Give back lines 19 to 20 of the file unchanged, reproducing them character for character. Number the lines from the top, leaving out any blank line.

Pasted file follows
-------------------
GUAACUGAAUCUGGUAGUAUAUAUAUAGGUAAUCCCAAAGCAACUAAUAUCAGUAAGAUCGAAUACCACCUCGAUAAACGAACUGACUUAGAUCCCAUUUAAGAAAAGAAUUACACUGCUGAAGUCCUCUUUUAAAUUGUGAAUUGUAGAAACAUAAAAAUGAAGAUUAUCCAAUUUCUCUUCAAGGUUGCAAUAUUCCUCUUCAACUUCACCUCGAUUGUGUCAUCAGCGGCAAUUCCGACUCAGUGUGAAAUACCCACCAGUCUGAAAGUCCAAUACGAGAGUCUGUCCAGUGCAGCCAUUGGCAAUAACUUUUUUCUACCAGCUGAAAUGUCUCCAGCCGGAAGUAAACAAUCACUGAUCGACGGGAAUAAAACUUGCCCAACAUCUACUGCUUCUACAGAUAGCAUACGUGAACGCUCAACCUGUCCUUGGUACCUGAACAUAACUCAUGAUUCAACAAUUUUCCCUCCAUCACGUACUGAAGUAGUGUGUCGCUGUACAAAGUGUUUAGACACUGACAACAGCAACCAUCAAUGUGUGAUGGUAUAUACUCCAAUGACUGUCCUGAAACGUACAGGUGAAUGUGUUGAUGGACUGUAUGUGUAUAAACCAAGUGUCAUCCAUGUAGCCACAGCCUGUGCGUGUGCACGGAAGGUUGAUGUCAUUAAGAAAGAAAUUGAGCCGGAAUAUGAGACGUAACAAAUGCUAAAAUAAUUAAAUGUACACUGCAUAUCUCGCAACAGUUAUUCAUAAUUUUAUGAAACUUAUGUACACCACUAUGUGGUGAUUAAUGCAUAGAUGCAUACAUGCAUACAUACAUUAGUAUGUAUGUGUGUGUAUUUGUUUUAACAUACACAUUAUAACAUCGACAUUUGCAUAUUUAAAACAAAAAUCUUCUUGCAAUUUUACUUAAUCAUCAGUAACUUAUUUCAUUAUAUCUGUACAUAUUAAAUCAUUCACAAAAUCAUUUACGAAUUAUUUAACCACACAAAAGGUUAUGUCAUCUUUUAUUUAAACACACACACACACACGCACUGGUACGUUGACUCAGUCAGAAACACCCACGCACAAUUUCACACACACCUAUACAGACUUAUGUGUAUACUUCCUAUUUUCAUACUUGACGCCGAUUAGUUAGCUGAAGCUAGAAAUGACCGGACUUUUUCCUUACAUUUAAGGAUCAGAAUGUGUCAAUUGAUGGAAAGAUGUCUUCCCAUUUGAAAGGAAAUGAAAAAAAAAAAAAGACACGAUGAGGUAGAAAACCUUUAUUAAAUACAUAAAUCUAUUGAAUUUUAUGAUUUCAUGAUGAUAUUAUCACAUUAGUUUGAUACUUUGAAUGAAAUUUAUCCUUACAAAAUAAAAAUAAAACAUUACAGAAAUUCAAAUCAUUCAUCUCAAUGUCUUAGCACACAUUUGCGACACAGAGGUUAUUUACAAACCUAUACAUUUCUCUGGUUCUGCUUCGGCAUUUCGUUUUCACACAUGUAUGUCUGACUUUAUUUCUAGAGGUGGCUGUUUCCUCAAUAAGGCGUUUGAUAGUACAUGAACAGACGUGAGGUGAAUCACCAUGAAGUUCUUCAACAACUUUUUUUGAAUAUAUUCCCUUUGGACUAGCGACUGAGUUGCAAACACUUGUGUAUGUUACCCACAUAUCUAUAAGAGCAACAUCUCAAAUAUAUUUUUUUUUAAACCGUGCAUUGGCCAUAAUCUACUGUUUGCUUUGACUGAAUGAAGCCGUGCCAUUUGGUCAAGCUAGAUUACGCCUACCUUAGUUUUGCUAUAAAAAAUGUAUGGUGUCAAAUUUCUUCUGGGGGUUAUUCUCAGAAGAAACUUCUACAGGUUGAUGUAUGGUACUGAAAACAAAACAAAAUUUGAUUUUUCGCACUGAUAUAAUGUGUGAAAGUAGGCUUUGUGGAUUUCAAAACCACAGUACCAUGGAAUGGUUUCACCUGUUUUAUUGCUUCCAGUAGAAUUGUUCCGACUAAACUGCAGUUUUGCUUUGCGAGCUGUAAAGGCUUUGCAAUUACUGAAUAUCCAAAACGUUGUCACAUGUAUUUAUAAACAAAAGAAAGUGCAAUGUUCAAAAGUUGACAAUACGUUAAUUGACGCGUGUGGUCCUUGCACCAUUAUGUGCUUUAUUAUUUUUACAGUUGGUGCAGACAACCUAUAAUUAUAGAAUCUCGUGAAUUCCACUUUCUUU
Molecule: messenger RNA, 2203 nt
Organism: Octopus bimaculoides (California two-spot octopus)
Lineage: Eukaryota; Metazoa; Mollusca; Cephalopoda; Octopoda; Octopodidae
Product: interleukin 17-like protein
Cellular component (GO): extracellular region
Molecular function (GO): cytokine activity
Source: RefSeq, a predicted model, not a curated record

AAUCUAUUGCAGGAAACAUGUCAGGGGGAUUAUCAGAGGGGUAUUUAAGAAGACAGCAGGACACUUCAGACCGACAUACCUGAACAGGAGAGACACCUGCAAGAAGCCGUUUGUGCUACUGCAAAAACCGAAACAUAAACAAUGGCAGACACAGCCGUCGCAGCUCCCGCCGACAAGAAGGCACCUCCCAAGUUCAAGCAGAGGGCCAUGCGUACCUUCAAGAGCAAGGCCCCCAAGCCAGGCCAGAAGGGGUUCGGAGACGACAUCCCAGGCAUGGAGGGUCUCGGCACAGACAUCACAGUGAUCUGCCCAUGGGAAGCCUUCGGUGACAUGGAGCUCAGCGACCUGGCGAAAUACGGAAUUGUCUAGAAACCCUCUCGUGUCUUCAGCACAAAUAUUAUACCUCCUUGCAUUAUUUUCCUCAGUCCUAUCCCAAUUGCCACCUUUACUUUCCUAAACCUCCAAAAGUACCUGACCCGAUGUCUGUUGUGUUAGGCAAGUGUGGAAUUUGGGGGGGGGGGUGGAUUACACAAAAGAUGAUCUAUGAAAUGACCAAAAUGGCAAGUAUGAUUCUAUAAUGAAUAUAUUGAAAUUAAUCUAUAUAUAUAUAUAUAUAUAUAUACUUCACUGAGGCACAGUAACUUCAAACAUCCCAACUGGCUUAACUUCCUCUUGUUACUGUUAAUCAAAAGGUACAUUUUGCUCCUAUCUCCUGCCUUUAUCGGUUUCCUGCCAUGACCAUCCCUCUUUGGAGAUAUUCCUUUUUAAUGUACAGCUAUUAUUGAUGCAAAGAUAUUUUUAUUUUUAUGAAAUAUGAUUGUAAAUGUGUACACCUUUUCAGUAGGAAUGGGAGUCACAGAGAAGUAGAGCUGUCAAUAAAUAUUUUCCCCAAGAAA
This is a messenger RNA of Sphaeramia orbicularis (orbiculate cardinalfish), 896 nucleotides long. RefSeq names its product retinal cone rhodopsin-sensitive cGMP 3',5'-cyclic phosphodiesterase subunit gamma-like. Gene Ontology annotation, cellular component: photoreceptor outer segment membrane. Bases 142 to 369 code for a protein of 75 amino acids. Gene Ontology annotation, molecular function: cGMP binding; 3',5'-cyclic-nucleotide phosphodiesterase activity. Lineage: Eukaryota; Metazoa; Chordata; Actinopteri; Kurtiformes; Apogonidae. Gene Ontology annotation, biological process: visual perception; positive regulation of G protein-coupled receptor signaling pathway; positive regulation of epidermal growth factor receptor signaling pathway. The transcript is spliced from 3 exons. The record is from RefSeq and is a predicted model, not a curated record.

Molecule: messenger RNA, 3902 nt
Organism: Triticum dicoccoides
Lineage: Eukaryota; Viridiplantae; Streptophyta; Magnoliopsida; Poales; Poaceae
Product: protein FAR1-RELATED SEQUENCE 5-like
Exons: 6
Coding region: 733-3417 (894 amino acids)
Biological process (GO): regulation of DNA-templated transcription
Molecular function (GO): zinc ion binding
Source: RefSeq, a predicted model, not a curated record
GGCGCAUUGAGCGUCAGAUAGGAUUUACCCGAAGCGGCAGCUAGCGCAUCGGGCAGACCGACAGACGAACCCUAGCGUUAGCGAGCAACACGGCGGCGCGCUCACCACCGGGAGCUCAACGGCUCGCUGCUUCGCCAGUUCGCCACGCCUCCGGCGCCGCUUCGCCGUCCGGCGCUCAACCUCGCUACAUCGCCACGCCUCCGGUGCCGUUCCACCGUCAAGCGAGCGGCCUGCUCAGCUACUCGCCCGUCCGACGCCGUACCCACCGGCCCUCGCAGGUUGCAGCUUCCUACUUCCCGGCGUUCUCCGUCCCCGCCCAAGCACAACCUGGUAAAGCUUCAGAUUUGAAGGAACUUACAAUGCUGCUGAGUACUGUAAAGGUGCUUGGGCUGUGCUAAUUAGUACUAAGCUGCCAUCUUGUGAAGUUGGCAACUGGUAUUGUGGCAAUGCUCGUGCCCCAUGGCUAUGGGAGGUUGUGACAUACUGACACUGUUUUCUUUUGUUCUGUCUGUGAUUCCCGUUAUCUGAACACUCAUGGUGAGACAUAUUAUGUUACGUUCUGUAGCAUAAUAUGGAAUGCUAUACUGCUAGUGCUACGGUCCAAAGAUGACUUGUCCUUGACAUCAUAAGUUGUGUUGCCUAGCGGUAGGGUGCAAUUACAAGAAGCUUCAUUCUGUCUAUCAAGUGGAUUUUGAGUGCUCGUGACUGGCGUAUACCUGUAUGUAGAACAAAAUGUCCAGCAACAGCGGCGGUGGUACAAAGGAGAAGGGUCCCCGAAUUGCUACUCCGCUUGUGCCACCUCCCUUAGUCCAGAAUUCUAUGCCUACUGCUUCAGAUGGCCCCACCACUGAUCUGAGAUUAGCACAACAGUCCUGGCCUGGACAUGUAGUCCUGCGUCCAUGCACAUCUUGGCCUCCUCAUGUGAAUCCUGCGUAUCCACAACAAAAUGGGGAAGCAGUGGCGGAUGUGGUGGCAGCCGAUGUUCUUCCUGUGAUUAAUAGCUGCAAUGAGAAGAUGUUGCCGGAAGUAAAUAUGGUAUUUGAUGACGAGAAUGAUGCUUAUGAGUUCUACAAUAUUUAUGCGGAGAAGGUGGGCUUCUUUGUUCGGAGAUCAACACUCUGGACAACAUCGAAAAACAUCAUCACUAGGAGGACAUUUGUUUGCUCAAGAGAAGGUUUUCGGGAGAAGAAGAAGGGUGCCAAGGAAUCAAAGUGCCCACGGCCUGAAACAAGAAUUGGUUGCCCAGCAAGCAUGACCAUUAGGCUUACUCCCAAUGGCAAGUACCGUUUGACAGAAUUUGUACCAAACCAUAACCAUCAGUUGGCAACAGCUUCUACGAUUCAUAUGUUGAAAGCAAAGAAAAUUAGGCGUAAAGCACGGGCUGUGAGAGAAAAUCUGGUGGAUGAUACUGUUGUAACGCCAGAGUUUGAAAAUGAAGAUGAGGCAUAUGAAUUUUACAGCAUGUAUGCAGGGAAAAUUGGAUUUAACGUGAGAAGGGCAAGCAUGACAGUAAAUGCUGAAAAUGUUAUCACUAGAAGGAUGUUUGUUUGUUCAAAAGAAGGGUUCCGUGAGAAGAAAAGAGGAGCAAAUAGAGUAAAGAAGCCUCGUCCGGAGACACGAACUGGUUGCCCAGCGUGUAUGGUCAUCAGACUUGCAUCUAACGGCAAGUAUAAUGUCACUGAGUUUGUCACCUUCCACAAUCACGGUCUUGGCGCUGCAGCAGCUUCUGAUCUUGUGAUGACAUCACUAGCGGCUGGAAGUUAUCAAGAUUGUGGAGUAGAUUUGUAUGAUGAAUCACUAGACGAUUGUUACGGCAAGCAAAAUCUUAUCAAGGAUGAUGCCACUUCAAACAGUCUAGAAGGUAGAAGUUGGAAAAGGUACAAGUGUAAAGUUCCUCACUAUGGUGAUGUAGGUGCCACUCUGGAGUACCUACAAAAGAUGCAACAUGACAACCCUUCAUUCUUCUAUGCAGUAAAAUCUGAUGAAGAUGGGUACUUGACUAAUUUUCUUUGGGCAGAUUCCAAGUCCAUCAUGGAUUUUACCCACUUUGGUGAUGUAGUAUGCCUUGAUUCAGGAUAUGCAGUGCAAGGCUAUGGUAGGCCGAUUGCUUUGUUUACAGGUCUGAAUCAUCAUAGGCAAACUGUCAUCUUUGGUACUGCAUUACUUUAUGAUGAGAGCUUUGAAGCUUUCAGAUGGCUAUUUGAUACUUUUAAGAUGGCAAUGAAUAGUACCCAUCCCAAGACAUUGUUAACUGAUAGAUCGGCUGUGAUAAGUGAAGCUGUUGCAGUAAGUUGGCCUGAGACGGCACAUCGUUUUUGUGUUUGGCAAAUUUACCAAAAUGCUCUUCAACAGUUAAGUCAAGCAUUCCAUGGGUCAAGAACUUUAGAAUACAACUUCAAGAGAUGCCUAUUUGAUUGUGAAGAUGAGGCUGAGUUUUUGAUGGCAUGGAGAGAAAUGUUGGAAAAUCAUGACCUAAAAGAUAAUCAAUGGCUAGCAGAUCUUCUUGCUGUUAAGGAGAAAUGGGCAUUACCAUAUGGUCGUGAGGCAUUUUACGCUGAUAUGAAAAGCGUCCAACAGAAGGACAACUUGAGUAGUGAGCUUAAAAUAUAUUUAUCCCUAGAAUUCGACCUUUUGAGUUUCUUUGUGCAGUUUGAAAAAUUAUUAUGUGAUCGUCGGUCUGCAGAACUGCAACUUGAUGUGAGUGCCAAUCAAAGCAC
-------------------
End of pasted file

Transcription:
Source: RefSeq, a predicted model, not a curated record
GGCGCAUUGAGCGUCAGAUAGGAUUUACCCGAAGCGGCAGCUAGCGCAUCGGGCAGACCGACAGACGAACCCUAGCGUUAGCGAGCAACACGGCGGCGCGCUCACCACCGGGAGCUCAACGGCUCGCUGCUUCGCCAGUUCGCCACGCCUCCGGCGCCGCUUCGCCGUCCGGCGCUCAACCUCGCUACAUCGCCACGCCUCCGGUGCCGUUCCACCGUCAAGCGAGCGGCCUGCUCAGCUACUCGCCCGUCCGACGCCGUACCCACCGGCCCUCGCAGGUUGCAGCUUCCUACUUCCCGGCGUUCUCCGUCCCCGCCCAAGCACAACCUGGUAAAGCUUCAGAUUUGAAGGAACUUACAAUGCUGCUGAGUACUGUAAAGGUGCUUGGGCUGUGCUAAUUAGUACUAAGCUGCCAUCUUGUGAAGUUGGCAACUGGUAUUGUGGCAAUGCUCGUGCCCCAUGGCUAUGGGAGGUUGUGACAUACUGACACUGUUUUCUUUUGUUCUGUCUGUGAUUCCCGUUAUCUGAACACUCAUGGUGAGACAUAUUAUGUUACGUUCUGUAGCAUAAUAUGGAAUGCUAUACUGCUAGUGCUACGGUCCAAAGAUGACUUGUCCUUGACAUCAUAAGUUGUGUUGCCUAGCGGUAGGGUGCAAUUACAAGAAGCUUCAUUCUGUCUAUCAAGUGGAUUUUGAGUGCUCGUGACUGGCGUAUACCUGUAUGUAGAACAAAAUGUCCAGCAACAGCGGCGGUGGUACAAAGGAGAAGGGUCCCCGAAUUGCUACUCCGCUUGUGCCACCUCCCUUAGUCCAGAAUUCUAUGCCUACUGCUUCAGAUGGCCCCACCACUGAUCUGAGAUUAGCACAACAGUCCUGGCCUGGACAUGUAGUCCUGCGUCCAUGCACAUCUUGGCCUCCUCAUGUGAAUCCUGCGUAUCCACAACAAAAUGGGGAAGCAGUGGCGGAUGUGGUGGCAGCCGAUGUUCUUCCUGUGAUUAAUAGCUGCAAUGAGAAGAUGUUGCCGGAAGUAAAUAUGGUAUUUGAUGACGAGAAUGAUGCUUAUGAGUUCUACAAUAUUUAUGCGGAGAAGGUGGGCUUCUUUGUUCGGAGAUCAACACUCUGGACAACAUCGAAAAACAUCAUCACUAGGAGGACAUUUGUUUGCUCAAGAGAAGGUUUUCGGGAGAAGAAGAAGGGUGCCAAGGAAUCAAAGUGCCCACGGCCUGAAACAAGAAUUGGUUGCCCAGCAAGCAUGACCAUUAGGCUUACUCCCAAUGGCAAGUACCGUUUGACAGAAUUUGUACCAAACCAUAACCAUCAGUUGGCAACAGCUUCUACGAUUCAUAUGUUGAAAGCAAAGAAAAUUAGGCGUAAAGCACGGGCUGUGAGAGAAAAUCUGGUGGAUGAUACUGUUGUAACGCCAGAGUUUGAAAAUGAAGAUGAGGCAUAUGAAUUUUACAGCAUGUAUGCAGGGAAAAUUGGAUUUAACGUGAGAAGGGCAAGCAUGACAGUAAAUGCUGAAAAUGUUAUCACUAGAAGGAUGUUUGUUUGUUCAAAAGAAGGGUUCCGUGAGAAGAAAAGAGGAGCAAAUAGAGUAAAGAAGCCUCGUCCGGAGACACGAACUGGUUGCCCAGCGUGUAUGGUCAUCAGACUUGCAUCUAACGGCAAGUAUAAUGUCACUGAGUUUGUCACCUUCCACAAUCACGGUCUUGGCGCUGCAGCAGCUUCUGAUCUUGUGAUGACAUCACUAGCGGCUGGAAGUUAUCAAGAUUGUGGAGUAGAUUUGUAUGAUGAAUCACUAGACGAUUGUUACGGCAAGCAAAAUCUUAUCAAGGAUGAUGCCACUUCAAACAGUCUAGAAGGUAGAAGUUGGAAAAGGUACAAGUGUAAAGUUCCUCACUAUGGUGAUGUAGGUGCCACUCUGGAGUACCUACAAAAGAUGCAACAUGACAACCCUUCAUUCUUCUAUGCAGUAAAAUCUGAUGAAGAUGGGUACUUGACUAAUUUUCUUUGGGCAGAUUCCAAGUCCAUCAUGGAUUUUACCCACUUUGGUGAUGUAGUAUGCCUUGAUUCAGGAUAUGCAGUGCAAGGCUAUGGUAGGCCGAUUGCUUUGUUUACAGGUCUGAAUCAUCAUAGGCAAACUGUCAUCUUUGGUACUGCAUUACUUUAUGAUGAGAGCUUUGAAGCUUUCAGAUGGCUAUUUGAUACUUUUAAGAUGGCAAUGAAUAGUACCCAUCCCAAGACAUUGUUAACUGAUAGAUCGGCUGUGAUAAGUGAAGCUGUUGCAGUAAGUUGGCCUGAGACGGCACAUCGUUUUUGUGUUUGGCAAAUUUACCAAAAUGCUCUUCAACAGUUAAGUCAAGCAUUCCAUGGGUCAAGAACUUUAGAAUACAACUUCAAGAGAUGCCUAUUUGAUUGUGAAGAUGAGGCUGAGUUUUUGAUGGCAUGGAGAGAAAUGUUGGAAAAUCAUGACCUAAAAGAUAAUCAAUGGCUAGCAGAUCUUCUUGCUGUUAAGGAGAAAUGGGCAUUACCAUAUGGUCGUGAGGCAUUUUACGCUGAUAUGAAAAGCGUCCAACAGAAGGACAACUUGAGUAGUGAGCUUAAAAUAUAUUUAUCCCUAGAAUUCGACCUUUUGAGUUUCUUUGUGCAGUUUGAAAAAUUAUUAUGUGAUCGUCGGUCUGCAGAACUGCAACUUGAUGUGAGUGCCAAUCAAAGCAC